Interdisciplinary Initiatives Program Round 9 - 2018
Agnieszka Czechowicz, Pediatrics (Stem Cell Transplantation)
Mark Kay, Pediatrics (Human Gene Therapy) and Genetics
Hematopoietic stem cells (HSC) are unique cells that have the remarkable ability to give rise to all cells of the blood and immune system. These cells have been harnessed in bone marrow transplantation for the last 60+ years and have been shown to be capable of curing virtually any blood and immune disease, including genetic diseases, autoimmune diseases and cancers. Usually these cells are taken from a healthy donor and transplanted into a diseased patient, however this has many challenges including the need to immunosuppress the recipient to prevent immunologic graft rejection and potential graft vs host disease due to immunologic attack by the donor cells on the host. This ultimately causes bone marrow transplants to be quite unsafe in their current form, resulting in severe complications in ~10-20% patients including occasional deaths, which dramatically limits the use of these otherwise curative transplants.
Genetic modification of the patient's own cells can bypass the need of transplanting cells from a donor, which would make stem cell transplantation much safer. This can be accomplished with a number of new technologies, the most promising of which is the CRISPR/Cas9 system which enables direct editing of DNA. However, for efficient gene-editing one needs to deliver these agents efficiently into the desired cells. Although several strategies such as electroporation and transfection have been developed to enable delivery into other cell types, these cannot be efficiently performed in HSCs, which is what is needed for long-term cure of blood and immune diseases. Adeno-associated virus (AAV) offers an alternative approach, which could be a very safe and effective vehicle for gene delivery, and has already been approved by the FDA for the treatment of a genetic eye condition. AAV can be used successfully to not only to deliver a missing or faulty gene into cells, but also the machinery for gene editing plus the template DNA which opens further important possibilities for unique regulated genetic engineering.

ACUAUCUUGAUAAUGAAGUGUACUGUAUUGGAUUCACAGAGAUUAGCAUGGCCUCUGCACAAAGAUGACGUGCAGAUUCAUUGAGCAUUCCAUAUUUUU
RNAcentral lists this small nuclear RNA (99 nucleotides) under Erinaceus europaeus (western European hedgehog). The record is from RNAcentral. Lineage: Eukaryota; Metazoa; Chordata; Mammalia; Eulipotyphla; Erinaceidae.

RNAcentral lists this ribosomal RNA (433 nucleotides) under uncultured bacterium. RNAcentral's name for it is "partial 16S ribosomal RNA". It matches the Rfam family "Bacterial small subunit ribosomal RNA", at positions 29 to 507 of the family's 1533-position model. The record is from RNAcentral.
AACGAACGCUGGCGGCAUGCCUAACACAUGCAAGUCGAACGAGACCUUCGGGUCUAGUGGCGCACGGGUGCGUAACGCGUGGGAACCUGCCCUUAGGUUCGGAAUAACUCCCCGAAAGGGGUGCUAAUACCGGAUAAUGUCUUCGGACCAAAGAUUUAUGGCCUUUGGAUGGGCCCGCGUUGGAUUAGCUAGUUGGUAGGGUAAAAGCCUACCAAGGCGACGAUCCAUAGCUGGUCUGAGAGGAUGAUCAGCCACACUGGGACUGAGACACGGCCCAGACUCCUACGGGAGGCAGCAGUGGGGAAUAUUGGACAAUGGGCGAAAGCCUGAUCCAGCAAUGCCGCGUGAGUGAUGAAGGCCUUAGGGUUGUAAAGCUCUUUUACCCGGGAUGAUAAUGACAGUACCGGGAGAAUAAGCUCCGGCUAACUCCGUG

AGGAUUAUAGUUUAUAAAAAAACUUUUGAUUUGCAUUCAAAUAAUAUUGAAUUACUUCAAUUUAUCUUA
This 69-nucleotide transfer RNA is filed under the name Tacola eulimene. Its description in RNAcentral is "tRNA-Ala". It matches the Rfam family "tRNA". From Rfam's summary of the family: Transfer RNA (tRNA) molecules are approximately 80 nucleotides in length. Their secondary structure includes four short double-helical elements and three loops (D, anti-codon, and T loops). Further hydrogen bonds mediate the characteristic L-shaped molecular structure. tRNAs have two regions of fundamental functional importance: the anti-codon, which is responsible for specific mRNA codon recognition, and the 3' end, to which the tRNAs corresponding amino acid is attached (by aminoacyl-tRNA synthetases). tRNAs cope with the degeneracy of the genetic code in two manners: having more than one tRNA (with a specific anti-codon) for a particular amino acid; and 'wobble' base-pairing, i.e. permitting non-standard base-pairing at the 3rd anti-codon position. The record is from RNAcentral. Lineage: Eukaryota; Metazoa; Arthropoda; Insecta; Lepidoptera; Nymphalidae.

AAV can efficiently enter many different cell types, however this efficiency is dependent on the specific AAV-capsid sequence. The majority of studies performed to-date have used only native AAV capsids (~20 types), which were isolated from human, non-human primates and other mammals. Unfortunately all current AAV serotypes have been shown to transduce HSC poorly, with the exception of AAV6. However, for HSC-transduction even AAV6 needs to be used in very high numbers, making clinical use challenging. Given the high clinical need and high likelihood of success with generation of other new AAV-capsids, we propose to use the collective knowledge of HSC-biology and gene-therapy/AAV production to successfully use intermolecular DNA capsid shuffling and evolution selection strategies to isolate and engineer unique AAV vectors that robustly infect mouse and human HSCs. We believe these capsids would be useful to enhance gene-editing efficiencies in HSCs, an important step towards an approach that could result in a cure for the many blood and immune diseases that are in theory treatable by genetic manipulation. The expertise of the two diverse labs is critical for the success of the project and will likely provide the basis of future productive interactions.